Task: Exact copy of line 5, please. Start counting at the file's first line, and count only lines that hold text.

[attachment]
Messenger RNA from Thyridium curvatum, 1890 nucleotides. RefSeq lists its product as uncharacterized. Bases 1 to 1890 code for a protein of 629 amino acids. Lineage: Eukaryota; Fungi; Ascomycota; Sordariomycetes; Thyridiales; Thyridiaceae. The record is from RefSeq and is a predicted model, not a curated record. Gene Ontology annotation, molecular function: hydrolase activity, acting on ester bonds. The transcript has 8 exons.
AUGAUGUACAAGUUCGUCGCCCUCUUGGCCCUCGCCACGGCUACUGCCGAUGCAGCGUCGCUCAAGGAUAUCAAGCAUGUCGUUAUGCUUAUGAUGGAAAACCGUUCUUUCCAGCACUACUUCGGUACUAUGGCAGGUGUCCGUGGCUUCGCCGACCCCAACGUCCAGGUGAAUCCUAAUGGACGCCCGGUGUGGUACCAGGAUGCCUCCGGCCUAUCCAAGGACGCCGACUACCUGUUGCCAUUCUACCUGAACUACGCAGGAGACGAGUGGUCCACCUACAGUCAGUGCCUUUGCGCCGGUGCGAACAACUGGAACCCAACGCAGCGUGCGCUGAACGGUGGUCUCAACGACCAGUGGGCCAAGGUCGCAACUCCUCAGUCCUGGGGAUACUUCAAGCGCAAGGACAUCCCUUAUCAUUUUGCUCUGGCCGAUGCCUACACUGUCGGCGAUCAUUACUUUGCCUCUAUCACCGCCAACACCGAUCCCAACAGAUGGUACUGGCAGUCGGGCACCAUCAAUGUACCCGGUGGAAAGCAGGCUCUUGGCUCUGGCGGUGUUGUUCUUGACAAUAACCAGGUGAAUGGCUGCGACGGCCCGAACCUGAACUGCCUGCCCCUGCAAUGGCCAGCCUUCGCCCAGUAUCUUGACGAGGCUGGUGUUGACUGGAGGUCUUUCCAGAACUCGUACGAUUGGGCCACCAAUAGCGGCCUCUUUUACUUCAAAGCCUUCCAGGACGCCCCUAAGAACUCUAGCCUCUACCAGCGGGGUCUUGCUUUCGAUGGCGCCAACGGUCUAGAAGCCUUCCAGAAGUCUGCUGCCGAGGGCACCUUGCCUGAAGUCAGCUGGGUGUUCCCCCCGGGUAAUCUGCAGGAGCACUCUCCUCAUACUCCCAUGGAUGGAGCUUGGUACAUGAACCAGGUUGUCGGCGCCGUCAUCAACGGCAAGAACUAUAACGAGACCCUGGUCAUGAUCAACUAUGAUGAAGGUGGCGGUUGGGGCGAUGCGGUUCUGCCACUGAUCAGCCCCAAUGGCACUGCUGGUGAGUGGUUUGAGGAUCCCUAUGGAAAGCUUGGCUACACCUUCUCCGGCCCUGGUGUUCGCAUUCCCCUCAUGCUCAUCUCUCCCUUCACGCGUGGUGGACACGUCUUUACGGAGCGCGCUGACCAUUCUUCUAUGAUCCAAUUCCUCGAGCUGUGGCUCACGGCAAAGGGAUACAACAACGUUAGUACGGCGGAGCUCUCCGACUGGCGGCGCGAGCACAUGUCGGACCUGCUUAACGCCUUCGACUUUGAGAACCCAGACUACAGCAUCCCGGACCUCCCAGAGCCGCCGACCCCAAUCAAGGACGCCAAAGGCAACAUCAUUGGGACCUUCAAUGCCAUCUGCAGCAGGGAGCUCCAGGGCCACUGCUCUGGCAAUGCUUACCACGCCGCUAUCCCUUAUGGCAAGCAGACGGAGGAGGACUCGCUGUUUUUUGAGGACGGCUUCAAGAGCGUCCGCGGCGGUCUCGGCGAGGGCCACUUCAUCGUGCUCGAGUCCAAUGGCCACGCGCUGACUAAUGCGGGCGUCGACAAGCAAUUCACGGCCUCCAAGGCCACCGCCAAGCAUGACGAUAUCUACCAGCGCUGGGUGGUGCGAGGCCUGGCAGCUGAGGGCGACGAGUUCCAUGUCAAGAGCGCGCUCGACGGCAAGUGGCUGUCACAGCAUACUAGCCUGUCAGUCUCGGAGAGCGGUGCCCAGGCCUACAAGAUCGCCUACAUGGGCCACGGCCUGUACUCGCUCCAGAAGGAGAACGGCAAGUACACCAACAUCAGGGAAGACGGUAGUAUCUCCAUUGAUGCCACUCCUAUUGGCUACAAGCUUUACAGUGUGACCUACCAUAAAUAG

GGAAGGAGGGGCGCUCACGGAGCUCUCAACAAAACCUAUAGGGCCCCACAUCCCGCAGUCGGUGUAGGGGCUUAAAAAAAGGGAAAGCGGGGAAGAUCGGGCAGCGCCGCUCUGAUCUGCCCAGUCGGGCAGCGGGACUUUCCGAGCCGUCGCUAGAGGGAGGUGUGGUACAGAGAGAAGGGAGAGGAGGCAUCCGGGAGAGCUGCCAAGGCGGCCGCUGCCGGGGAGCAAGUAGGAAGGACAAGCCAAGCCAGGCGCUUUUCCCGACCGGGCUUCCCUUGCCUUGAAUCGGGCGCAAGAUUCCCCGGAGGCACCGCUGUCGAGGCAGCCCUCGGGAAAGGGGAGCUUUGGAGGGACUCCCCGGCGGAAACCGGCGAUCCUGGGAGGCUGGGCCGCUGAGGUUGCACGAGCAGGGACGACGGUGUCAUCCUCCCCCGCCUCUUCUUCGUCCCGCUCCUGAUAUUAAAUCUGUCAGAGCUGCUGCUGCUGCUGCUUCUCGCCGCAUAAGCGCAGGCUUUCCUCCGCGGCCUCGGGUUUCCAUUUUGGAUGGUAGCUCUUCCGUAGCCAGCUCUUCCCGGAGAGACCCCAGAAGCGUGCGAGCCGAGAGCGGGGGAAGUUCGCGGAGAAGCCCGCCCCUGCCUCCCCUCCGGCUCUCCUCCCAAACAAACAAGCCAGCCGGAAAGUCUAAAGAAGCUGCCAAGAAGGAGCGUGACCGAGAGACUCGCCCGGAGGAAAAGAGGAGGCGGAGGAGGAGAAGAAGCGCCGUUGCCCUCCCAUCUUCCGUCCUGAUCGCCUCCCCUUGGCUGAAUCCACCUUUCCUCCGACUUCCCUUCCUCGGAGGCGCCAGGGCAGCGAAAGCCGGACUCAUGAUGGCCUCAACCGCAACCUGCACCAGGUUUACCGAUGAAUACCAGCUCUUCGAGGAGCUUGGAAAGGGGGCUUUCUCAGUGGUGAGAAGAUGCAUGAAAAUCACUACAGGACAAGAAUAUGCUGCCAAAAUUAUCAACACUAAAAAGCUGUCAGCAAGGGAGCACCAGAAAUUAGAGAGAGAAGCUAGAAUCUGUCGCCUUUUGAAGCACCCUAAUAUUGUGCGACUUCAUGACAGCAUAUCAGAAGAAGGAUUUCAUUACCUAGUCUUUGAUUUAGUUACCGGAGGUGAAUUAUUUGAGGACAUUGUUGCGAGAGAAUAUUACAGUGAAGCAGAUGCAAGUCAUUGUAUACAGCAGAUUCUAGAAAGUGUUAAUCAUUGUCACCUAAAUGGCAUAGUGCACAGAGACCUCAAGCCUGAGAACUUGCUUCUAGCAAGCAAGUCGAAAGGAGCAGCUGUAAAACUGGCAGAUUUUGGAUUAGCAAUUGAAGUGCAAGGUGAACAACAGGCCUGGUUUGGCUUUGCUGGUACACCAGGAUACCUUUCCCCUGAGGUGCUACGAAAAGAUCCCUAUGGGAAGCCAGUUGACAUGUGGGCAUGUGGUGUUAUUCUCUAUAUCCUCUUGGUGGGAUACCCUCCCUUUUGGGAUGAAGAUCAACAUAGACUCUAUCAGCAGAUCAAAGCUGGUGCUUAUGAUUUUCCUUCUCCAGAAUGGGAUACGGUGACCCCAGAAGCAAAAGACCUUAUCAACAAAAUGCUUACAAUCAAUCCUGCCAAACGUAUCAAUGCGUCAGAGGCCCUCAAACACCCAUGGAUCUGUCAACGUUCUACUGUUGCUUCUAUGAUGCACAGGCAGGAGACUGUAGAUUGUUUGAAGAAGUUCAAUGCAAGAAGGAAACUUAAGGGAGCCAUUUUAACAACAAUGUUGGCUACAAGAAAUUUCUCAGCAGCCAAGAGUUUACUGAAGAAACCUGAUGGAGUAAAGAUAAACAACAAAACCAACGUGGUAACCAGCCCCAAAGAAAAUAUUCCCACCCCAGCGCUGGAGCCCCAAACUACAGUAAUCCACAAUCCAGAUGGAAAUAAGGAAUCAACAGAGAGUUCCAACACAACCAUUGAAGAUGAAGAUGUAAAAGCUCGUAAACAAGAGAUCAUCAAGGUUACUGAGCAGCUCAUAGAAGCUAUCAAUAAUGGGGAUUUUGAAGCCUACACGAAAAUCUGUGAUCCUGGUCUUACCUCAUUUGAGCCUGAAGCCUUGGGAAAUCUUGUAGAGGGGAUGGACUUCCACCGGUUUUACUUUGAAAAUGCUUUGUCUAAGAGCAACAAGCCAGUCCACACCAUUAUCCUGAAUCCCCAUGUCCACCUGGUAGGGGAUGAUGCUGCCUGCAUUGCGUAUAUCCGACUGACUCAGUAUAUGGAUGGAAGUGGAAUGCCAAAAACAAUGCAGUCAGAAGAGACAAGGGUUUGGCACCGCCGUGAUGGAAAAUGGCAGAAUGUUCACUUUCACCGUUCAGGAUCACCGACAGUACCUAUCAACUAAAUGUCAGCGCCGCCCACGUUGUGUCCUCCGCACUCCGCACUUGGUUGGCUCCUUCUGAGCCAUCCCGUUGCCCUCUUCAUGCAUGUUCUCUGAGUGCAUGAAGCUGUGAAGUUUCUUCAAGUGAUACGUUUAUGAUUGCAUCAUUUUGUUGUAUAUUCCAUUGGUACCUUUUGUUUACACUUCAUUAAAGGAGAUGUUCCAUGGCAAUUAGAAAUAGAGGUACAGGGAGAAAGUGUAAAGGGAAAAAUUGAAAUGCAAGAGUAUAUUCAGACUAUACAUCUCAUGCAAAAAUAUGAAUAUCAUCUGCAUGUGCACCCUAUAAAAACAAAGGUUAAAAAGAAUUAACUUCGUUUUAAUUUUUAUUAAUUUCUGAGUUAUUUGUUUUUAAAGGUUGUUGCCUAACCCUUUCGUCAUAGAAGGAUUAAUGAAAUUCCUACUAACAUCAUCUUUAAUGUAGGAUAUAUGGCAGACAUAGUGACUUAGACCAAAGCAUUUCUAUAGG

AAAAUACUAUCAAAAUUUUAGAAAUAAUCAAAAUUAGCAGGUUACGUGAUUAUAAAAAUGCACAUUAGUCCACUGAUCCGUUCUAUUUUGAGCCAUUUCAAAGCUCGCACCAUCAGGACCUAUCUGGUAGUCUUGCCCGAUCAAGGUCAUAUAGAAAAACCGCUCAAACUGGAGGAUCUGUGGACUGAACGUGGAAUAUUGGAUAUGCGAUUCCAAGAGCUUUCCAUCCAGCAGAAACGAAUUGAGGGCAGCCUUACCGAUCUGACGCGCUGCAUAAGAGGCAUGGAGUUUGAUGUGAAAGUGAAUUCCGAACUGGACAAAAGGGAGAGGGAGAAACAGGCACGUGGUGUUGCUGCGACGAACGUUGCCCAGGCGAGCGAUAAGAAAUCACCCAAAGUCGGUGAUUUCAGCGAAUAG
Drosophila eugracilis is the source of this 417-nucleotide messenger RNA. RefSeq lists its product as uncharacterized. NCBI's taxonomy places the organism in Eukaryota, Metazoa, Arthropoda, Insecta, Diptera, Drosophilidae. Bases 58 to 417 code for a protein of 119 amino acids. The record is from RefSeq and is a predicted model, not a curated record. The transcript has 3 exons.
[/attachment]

Drosophila eugracilis is the source of this 417-nucleotide messenger RNA. RefSeq lists its product as uncharacterized. NCBI's taxonomy places the organism in Eukaryota, Metazoa, Arthropoda, Insecta, Diptera, Drosophilidae. Bases 58 to 417 code for a protein of 119 amino acids. The record is from RefSeq and is a predicted model, not a curated record. The transcript has 3 exons.